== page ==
The road to this TV success was not altogether smooth. Lou had a reputation for being notoriously difficult and was rumored to hate both journalists and film makers. This was evidenced by tales of his kicking over cameras during his UK performances in 1973. “So who writes these things about you, if they’re not true?” said an Australian journalist in 1974. “Journalists,” replied Lou dryly. Flying on to New Zealand, Lou found himself amid a televised press conference at the airport. “Why do you write songs about transsexuals? Are you a homosexual or a transsexual?” Lou mumbled, “Sometimes” and shrugged. He curtailed his first Australasian tour by flying straight back out of New Zealand without performing there.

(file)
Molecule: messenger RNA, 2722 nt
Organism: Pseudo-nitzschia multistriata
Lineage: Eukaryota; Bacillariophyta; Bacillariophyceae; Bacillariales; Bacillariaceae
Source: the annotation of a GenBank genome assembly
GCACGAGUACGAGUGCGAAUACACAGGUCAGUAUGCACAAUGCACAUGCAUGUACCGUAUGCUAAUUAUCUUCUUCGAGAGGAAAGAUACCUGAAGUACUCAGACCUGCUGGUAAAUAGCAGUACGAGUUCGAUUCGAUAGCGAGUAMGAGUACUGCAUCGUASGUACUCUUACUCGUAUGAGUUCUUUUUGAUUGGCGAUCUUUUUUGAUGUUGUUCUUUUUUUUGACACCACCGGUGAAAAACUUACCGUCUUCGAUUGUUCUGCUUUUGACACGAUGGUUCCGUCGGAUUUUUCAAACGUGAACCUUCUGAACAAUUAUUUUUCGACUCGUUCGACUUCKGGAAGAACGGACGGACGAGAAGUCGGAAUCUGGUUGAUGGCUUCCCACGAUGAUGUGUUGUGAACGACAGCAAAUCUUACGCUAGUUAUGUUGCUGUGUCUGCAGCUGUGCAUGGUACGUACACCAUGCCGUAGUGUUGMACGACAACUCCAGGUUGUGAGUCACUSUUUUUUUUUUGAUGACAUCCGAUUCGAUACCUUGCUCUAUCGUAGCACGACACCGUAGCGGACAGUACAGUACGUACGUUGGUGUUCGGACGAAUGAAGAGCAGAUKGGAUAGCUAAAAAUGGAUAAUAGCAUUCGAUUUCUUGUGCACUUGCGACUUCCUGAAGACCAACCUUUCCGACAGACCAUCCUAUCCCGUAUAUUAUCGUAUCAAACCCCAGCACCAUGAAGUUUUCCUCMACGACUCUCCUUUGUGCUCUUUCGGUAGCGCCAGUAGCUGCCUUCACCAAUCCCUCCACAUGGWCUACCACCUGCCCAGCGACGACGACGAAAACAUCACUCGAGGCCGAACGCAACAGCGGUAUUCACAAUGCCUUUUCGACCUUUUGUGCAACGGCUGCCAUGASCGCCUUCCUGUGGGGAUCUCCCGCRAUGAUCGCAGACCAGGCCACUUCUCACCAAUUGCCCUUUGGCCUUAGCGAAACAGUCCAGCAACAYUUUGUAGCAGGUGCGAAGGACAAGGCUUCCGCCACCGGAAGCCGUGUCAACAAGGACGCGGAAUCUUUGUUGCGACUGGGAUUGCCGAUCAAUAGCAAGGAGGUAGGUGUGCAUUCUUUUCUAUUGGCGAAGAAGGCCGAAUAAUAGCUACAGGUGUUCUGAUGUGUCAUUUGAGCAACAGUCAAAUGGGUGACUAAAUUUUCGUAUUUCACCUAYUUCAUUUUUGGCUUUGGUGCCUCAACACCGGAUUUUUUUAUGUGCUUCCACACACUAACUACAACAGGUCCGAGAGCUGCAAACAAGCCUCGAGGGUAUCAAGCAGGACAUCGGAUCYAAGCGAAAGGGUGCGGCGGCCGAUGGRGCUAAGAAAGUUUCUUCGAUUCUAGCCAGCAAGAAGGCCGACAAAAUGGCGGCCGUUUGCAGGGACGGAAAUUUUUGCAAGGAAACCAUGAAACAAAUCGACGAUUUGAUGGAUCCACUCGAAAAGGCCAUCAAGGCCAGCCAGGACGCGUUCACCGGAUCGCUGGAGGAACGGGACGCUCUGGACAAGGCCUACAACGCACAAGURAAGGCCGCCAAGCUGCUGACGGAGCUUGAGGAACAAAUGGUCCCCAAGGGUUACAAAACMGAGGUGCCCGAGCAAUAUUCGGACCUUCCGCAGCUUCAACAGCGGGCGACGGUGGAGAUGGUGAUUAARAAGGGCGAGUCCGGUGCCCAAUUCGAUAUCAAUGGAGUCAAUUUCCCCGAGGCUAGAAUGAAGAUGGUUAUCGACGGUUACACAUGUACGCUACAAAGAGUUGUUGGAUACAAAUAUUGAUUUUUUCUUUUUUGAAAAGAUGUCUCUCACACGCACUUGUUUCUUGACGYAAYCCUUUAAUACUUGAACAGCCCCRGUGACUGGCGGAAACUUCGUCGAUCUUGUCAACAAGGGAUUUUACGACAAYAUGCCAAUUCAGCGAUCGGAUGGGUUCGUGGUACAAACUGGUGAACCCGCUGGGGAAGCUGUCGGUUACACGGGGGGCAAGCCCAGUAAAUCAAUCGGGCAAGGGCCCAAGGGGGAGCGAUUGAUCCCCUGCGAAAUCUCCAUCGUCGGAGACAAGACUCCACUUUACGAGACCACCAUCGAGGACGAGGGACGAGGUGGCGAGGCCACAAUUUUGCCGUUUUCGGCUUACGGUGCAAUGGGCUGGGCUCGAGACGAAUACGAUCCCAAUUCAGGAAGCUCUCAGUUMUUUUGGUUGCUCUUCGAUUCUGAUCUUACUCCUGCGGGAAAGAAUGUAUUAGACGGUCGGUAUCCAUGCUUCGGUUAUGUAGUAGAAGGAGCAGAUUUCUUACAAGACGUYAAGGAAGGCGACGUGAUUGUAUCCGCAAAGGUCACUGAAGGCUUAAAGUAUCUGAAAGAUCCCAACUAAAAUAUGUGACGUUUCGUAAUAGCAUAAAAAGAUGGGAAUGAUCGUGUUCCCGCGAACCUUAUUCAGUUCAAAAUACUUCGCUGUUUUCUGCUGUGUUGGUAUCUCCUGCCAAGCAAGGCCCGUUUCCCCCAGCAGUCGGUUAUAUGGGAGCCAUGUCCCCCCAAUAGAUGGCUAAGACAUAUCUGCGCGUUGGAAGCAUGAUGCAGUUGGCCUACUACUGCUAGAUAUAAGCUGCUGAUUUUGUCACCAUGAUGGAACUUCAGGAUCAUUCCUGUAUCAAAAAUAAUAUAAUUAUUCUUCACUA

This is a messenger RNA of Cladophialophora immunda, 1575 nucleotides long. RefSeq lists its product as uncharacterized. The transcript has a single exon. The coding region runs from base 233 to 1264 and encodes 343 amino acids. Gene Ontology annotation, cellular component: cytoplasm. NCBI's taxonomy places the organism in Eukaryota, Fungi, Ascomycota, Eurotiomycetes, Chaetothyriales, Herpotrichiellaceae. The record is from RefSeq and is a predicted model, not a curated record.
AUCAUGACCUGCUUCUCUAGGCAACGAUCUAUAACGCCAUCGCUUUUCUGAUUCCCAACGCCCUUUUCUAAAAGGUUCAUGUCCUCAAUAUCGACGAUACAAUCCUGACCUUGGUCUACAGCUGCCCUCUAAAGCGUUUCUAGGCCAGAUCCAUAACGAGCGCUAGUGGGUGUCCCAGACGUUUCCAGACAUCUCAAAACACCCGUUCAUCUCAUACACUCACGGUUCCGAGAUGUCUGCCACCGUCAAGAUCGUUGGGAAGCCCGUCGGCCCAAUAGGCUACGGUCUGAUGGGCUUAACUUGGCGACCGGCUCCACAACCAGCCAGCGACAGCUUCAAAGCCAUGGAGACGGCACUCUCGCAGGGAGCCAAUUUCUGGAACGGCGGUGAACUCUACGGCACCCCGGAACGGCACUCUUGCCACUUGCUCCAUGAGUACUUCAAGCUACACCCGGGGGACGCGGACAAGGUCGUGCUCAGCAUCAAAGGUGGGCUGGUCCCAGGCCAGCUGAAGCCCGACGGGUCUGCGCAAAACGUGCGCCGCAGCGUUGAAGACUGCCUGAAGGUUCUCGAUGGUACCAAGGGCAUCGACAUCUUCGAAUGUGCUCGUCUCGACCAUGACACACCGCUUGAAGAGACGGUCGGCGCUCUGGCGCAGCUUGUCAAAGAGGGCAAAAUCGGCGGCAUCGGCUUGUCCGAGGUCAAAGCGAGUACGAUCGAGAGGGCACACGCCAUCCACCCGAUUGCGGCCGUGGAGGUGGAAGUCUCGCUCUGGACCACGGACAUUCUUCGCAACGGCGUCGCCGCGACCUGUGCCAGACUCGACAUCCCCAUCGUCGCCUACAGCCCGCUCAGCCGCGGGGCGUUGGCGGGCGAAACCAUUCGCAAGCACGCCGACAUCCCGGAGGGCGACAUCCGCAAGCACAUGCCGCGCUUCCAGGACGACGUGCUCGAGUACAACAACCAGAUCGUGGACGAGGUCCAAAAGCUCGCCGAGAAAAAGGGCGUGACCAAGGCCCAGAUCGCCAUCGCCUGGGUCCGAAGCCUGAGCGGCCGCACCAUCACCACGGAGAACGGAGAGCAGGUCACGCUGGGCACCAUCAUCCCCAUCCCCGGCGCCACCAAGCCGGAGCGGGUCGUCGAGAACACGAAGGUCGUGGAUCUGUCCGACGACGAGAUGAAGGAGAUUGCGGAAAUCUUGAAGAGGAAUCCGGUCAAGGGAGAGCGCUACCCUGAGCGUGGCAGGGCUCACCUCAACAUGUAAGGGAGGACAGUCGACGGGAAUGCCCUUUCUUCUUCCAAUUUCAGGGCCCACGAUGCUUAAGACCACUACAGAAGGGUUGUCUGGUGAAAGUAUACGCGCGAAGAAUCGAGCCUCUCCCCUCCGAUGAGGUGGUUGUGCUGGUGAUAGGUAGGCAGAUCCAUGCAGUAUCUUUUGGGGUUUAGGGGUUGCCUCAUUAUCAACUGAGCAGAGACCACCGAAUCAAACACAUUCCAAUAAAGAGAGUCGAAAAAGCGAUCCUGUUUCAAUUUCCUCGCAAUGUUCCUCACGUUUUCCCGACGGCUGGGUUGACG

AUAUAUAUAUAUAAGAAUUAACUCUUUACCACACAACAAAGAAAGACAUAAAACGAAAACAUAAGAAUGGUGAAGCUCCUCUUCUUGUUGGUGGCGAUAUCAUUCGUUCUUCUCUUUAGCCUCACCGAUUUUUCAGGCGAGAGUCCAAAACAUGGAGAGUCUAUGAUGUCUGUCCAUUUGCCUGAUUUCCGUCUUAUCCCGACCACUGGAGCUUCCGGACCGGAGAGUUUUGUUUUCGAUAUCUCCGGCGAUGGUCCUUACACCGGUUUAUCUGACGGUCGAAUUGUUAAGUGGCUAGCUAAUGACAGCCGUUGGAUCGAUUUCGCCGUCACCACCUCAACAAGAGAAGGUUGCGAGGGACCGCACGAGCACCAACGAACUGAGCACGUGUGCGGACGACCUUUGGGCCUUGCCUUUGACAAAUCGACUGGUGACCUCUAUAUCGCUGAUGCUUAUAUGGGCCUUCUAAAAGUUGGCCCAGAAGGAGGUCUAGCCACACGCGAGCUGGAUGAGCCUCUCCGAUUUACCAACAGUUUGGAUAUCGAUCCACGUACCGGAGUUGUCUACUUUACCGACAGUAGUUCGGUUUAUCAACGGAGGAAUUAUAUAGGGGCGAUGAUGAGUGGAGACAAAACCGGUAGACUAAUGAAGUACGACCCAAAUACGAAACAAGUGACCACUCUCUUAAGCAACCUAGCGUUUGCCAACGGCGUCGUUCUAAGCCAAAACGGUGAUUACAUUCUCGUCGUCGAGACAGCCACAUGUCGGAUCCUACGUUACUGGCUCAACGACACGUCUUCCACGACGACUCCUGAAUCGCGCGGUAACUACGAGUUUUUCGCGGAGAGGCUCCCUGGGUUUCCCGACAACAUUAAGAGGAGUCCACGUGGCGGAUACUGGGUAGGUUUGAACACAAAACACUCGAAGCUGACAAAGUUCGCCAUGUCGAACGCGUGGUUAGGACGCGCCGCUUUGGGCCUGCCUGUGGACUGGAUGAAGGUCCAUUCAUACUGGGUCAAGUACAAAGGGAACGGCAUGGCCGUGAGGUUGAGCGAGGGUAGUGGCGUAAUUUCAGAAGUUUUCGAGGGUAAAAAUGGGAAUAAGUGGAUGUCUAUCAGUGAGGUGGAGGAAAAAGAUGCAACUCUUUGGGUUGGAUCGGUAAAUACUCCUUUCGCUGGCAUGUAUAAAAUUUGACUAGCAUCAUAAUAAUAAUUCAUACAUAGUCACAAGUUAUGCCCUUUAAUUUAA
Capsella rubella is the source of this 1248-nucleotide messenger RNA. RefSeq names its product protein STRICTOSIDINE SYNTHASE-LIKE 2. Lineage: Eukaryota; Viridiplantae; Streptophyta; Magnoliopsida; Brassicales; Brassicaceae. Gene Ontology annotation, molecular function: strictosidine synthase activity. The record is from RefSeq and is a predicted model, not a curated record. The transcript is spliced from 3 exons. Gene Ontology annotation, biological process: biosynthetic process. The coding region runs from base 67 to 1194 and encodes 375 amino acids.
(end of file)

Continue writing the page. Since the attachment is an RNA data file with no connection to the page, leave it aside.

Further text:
As Classic Albums series 3 Archive Producer, I set about seeing if footage survived from the original studio sessions of December 1972 and from the Transformer world tour of 1973. Nothing transpired from the recording sessions, apart from the original 16 track 2 inch master tapes. However, wonderful hitherto unseen footage of “Walk On The Wild Side” survived from Paris in 1973. Filmed with only one camera from a balcony, Lou was wearing white Japanese Kabuki-style face paint with black eye shadow and a black leather suit. Lou feigned a shuffle-step dance, appearing to be slightly out of it, before stumbling to sit down in order to conclude the song. It sounds potentially disastrous, but it was mesmeric. We had to have it!